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Din Tai Fung garlic green beans


Garlic green beans are a staple at most Chinese-American restaurants here in the US. They’re usually bright green, well-blistered, yet still snappy and delicious. Cooking green beans at home rarely yield the same results, as most of us typically opt to saute our green beans. While sauteing can definitely achieve delicious green beans, I set out to experiment various cooking methods and temperatures at home to replicate my favorite restaurant garlic green beans — the ones you can get at Din Tai Fung. 

What are Din Tai Fung garlic green beans?

Din Tai Fung is a Taiwanese restaurant chain that’s most famous for their perfectly-pleated soup dumplings (xiao long bao). In addition to their xiao long bao, they also have a variety of popular entrees and side dishes, one of my favorites being their garlic green beans. It’s such a simple dish, but executed flawlessly: they’re perfectly snappy, blistered, and lightly coated with a fragrance of garlic.

I spent an entire day experimenting with different cooking methods, temperatures, and cook times, and I’m so excited to share with you a recipe that I feel is nearly identical to Din Tai Fung’s!

A few musts to get the perfectly blistered and snappy garlic green beans:

Cooking method

  • While air-frying and sauteing can certainly get you great tasting green beans, flash frying in hot oil achieves the best texture that’s closest to Din Tai Fung and Chinese restaurants’. One important thing I learned through experimenting with multiple batches is that the longer you cook the green beans, the softer and duller (in color) they get. When flash-frying, you only need to fry it for 15-30 seconds* — it’s the quickest way to cook the green beans, which helps it retain the bright green color and achieve the beautifully blistered skin without sacrificing texture.

Frying oil temperature

  • When flash-frying these green beans, the oil needs to be at least 350-375F for them to cook and blister quickly. If you try frying at a lower temperature, the green beans will need to be cooked longer to achieve the blistered skin — and the longer cook time leads to softer, less snappy green beans.

Small batch cooking

  • Frying in small batches prevents the green beans from cooling down the oil temperature. As you know from the above point, when the temperature gets below 350F, you’ll have to cook them longer, which results in dull and soft green beans instead of the bright and crunchy you’re looking for. Alternatively, if you’d like to be more efficient and fry it all at once, you can use a large wok or pot to flash-fry in a lot of oil. The larger amount of oil will take longer to heat up, but it will retain the temperature better. For me, I like frying in a smaller pot so that I have less leftover fry oil, therefore I stick to frying in small batches.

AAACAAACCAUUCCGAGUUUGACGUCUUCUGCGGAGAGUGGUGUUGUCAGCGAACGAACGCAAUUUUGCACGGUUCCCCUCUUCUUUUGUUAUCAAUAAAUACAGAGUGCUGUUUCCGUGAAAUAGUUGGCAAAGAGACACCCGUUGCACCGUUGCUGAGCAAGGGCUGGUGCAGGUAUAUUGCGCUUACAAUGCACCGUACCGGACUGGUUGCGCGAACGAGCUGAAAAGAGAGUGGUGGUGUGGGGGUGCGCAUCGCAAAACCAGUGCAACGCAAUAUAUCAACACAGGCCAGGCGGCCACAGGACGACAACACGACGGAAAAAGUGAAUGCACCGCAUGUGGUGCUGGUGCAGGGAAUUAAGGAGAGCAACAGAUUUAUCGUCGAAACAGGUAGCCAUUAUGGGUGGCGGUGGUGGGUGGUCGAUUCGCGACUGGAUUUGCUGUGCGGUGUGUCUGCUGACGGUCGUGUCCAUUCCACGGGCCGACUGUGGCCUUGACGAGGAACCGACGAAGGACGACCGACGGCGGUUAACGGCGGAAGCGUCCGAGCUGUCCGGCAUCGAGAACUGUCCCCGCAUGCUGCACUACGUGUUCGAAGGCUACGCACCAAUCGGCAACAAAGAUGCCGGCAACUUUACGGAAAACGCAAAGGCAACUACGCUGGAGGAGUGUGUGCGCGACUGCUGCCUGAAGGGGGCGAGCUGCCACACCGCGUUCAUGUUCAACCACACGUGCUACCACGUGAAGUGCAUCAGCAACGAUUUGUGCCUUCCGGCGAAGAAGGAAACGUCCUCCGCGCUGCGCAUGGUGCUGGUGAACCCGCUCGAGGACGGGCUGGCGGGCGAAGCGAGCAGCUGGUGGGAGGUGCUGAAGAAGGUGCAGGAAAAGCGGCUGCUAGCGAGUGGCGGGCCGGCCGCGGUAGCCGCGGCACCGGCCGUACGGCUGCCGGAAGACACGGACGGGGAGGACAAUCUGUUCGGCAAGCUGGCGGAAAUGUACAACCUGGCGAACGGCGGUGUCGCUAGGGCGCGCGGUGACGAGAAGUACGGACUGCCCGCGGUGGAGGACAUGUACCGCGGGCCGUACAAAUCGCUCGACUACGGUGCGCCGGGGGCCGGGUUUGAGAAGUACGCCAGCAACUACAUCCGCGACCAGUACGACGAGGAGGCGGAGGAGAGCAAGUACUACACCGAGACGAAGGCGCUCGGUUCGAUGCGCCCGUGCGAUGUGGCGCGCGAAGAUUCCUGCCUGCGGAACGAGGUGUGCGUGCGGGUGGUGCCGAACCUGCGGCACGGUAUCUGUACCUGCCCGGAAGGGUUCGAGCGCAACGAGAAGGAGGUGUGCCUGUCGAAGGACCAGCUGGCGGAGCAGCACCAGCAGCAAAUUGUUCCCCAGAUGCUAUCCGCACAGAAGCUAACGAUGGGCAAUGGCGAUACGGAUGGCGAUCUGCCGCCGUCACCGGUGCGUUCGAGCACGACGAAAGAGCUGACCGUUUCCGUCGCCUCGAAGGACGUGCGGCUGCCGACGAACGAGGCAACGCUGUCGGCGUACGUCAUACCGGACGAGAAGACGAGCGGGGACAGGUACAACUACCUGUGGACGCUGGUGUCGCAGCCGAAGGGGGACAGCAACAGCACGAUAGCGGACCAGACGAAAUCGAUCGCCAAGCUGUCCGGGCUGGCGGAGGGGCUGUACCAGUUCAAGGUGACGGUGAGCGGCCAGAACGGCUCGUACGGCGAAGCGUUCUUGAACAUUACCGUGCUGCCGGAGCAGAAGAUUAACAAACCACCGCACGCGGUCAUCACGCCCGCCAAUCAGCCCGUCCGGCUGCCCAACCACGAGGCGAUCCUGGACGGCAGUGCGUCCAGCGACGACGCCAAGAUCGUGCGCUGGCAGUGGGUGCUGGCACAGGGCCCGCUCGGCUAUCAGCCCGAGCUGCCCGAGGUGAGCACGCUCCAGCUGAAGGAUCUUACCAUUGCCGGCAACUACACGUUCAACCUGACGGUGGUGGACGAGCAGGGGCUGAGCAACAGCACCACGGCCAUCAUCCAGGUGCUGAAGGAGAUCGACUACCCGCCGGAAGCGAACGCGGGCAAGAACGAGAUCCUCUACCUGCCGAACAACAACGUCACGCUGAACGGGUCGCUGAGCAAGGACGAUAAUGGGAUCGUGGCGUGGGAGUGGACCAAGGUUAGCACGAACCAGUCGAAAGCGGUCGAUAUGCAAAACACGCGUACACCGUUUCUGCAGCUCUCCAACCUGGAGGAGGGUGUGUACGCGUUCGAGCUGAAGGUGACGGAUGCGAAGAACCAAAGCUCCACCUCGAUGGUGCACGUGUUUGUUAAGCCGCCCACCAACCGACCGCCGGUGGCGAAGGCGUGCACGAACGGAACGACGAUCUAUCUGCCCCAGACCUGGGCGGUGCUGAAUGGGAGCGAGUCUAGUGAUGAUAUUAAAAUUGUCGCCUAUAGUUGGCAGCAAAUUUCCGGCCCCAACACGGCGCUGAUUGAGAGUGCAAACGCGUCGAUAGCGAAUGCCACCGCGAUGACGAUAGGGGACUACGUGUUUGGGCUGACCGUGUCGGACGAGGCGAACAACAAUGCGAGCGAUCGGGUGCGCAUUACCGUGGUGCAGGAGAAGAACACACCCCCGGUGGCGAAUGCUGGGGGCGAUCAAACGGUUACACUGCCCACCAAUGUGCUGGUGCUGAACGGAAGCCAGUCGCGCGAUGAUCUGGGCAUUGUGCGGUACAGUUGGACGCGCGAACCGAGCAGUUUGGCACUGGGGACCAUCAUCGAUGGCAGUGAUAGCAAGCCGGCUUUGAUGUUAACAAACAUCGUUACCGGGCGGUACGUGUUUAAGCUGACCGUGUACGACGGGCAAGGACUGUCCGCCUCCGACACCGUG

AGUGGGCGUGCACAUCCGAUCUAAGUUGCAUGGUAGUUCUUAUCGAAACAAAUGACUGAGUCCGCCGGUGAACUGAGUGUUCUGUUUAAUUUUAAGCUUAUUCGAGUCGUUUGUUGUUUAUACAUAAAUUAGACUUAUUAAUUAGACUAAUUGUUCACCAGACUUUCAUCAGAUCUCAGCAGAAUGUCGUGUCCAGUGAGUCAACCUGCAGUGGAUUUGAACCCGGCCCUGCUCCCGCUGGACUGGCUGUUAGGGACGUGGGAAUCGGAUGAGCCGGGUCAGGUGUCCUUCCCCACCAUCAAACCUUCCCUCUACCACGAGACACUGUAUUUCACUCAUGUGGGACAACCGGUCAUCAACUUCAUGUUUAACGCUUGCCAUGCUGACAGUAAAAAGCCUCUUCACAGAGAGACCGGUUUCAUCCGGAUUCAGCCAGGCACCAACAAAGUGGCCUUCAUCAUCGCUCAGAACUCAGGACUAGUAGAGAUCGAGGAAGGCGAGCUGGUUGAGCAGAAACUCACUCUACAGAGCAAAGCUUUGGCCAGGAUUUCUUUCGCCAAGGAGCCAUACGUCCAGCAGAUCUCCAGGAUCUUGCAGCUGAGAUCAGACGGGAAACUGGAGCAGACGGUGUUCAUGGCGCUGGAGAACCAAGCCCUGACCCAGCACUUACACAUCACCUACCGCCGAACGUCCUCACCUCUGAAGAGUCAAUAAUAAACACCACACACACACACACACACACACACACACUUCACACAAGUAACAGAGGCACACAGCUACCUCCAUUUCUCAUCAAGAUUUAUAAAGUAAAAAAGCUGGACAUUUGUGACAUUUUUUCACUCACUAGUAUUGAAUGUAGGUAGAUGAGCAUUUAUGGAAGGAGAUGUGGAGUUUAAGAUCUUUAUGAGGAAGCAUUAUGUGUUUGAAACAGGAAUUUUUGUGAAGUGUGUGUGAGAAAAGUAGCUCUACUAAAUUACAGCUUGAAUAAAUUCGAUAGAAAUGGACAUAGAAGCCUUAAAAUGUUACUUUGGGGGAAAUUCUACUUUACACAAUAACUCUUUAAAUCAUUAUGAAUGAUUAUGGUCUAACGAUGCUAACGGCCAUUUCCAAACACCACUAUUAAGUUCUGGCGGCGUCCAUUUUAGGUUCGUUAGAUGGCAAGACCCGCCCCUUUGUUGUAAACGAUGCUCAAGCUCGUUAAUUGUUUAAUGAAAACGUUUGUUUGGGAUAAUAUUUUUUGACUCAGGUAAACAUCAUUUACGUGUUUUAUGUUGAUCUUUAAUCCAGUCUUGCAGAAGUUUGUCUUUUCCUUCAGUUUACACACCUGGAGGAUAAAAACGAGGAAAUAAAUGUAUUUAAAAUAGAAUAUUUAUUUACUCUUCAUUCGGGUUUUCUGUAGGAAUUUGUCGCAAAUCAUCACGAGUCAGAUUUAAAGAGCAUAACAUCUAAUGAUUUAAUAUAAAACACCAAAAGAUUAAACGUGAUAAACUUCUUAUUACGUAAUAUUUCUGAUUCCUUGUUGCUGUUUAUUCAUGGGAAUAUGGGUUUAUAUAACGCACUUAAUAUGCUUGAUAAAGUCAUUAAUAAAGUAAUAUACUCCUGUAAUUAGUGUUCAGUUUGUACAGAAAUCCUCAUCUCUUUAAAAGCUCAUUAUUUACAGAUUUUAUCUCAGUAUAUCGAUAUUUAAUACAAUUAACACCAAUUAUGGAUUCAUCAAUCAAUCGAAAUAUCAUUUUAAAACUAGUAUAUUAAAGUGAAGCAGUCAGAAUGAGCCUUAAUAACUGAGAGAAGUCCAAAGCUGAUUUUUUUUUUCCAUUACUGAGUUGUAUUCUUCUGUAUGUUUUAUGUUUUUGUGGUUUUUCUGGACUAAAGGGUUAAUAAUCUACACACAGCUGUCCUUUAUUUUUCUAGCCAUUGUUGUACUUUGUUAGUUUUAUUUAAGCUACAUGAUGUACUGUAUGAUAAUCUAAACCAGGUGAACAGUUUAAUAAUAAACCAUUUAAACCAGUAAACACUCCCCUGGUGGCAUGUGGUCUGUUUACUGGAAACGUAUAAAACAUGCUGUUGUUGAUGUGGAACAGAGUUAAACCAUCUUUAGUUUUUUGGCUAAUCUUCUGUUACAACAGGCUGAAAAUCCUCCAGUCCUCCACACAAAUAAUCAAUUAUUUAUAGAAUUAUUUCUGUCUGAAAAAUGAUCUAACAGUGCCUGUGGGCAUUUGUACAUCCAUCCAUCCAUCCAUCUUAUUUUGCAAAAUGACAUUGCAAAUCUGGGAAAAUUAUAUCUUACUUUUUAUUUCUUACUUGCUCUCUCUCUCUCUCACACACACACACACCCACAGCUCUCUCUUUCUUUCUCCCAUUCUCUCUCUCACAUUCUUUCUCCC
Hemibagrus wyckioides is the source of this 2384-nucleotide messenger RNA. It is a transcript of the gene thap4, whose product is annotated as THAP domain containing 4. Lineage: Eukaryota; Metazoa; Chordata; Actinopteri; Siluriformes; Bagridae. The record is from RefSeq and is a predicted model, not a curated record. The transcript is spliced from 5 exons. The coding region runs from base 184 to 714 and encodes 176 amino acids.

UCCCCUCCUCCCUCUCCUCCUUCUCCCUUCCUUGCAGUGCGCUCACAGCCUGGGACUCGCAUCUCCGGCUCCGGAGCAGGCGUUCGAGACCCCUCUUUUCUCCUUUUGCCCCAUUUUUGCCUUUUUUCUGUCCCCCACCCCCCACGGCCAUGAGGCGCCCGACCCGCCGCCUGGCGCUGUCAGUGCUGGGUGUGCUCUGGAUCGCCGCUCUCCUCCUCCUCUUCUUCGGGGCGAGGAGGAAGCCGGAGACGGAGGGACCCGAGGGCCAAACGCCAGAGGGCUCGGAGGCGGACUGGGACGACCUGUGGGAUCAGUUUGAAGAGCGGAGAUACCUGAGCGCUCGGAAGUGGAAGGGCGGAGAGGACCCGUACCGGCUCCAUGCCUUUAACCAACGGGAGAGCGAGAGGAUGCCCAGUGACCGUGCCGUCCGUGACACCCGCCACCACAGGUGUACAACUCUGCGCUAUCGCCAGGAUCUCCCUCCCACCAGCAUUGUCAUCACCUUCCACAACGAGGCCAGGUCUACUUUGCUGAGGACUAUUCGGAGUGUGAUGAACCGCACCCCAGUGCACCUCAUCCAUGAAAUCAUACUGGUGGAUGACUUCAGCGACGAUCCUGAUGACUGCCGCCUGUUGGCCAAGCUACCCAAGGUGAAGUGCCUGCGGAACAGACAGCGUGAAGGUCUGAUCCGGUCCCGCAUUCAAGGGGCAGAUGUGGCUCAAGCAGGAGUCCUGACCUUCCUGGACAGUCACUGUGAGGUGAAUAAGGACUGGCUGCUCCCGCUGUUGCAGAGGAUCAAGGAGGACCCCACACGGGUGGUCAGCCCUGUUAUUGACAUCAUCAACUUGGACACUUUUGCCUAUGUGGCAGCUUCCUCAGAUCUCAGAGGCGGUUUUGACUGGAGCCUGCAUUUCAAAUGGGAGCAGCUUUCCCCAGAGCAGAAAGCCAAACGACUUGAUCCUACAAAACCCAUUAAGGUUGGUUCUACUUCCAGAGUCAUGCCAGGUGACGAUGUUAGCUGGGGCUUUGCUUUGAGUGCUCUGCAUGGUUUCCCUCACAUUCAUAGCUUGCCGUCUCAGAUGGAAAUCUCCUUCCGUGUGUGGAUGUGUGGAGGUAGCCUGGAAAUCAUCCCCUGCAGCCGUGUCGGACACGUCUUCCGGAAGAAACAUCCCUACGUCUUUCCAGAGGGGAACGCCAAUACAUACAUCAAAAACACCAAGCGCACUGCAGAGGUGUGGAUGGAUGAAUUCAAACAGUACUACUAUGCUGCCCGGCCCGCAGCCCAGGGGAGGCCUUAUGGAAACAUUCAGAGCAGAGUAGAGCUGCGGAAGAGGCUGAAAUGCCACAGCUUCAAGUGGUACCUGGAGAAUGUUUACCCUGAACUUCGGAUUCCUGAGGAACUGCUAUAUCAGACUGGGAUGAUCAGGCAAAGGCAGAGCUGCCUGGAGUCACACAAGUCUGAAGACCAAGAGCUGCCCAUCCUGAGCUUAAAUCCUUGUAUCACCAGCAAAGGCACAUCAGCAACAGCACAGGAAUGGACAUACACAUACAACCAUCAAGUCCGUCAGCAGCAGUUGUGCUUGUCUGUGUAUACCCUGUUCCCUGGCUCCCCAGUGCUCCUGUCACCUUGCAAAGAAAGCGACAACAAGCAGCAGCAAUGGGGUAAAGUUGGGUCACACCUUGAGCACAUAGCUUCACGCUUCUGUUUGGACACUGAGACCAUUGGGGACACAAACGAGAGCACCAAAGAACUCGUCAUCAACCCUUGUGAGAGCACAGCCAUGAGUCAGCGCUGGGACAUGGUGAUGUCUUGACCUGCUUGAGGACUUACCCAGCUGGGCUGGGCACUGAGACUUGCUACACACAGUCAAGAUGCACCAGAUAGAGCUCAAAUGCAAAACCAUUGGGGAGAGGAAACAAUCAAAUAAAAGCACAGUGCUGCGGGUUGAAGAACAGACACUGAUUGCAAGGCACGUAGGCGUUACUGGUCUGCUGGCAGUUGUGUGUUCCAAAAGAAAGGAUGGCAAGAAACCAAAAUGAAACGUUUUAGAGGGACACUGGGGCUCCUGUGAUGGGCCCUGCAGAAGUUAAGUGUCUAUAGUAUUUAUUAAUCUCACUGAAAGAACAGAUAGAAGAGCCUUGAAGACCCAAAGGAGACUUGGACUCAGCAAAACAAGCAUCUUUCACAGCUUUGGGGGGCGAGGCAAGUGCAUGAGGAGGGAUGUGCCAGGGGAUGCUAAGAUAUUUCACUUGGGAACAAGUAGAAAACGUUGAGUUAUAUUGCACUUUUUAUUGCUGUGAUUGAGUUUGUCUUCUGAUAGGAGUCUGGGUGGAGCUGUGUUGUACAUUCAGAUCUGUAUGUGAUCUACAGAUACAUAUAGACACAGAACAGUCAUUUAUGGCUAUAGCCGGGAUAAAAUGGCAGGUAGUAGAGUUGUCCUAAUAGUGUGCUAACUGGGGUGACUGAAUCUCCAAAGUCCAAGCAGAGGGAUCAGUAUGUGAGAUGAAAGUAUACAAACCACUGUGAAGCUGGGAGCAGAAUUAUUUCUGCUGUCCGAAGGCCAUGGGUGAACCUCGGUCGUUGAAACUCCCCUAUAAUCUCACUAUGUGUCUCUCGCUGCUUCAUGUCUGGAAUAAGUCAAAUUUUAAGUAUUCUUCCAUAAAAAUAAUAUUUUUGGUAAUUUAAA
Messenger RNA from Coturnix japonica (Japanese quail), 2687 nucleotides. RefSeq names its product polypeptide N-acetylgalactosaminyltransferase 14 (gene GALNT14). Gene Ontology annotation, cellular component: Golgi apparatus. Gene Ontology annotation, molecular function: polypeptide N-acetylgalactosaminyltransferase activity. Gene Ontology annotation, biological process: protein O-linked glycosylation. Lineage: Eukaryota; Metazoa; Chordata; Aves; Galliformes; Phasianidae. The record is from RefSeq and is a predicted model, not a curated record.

*cook time will vary depending on how thick the skins of the green beans are

Interested in cooking other Chinese vegetable dishes?

Chinese cuisine includes such a wide variety of vegetables — I will eventually feature most of the popular ones on this website one day, but here are a few I have up that are definitely worth checking out! 

Please note: I get commissions for purchases made through links in this post

Din Tai Fung Garlic Green Beans

One of my favorites from Din Tai Fung is their perfectly executed garlic green beans! They're quickly flash-fried for a beautifully blistered and snappy texture. With a few key tips, you can make this easily at home.
Prep Time 10 minutes
Cook Time 10 minutes
Total Time 20 minutes
Course Appetizer, Side Dish
Cuisine Chinese
Servings 2 people


  • digital thermometer recommended to measure and maintain oil temperature
  • splatter screen optional to shield from oil splatters


  • 8 oz green beans
  • 4-6 cloves garlic
  • salt
  • chicken bouillon powder (veg option: mushroom bouillon powder)
  • neutral oil for frying


Prepare the ingredients

  • Mince the garlic and set aside.
    4-6 cloves garlic
  • Trim both ends off the green beans. Wash and dry thoroughly with a clean kitchen towel. Drying thoroughly prevents oil splatter when frying.
    8 oz green beans

Fry the green beans in small batches

  • Fill up a medium-sized pot with about 1/2 inch to 1 inch of neutral oil. Heat the oil to at least 350F. While the oil heats up, prepare a plate with a layer of paper towel. This is where you'll put the fried green beans to drain off excess oil.
    neutral oil
  • Separate green beans into 3 equal batches. Carefully drop the first batch into the oil — it should splatter and bubble rapidly. Use a splatter screen if you have one!
  • Fry for 15-30 seconds (or until the skins of the green beans look blistered), then remove onto the paper towel-lined plate.
  • Heat the oil back up to 350F again and fry the second batch of green beans. Repeat with last batch. Dab off any excess oil.

Make the garlic oil and combine

  • In a clean pan, heat up 1 tbsp of leftover frying oil with the minced garlic. Add a tiny pinch of salt, pinch of chicken or mushroom bouillon powder, and cook on low until fragrant. We're not looking to brown the garlic — we're just gently releasing the garlic aroma into the oil.
    4-6 cloves garlic, salt, chicken bouillon powder
  • In a large bowl, combine the cooked green beans, cooked garlic + oil, and salt (I used about 1/8 tsp, but adjust to your taste). Toss well and it's ready to serve!
Keyword chinese green beans, garlic green beans, green beans
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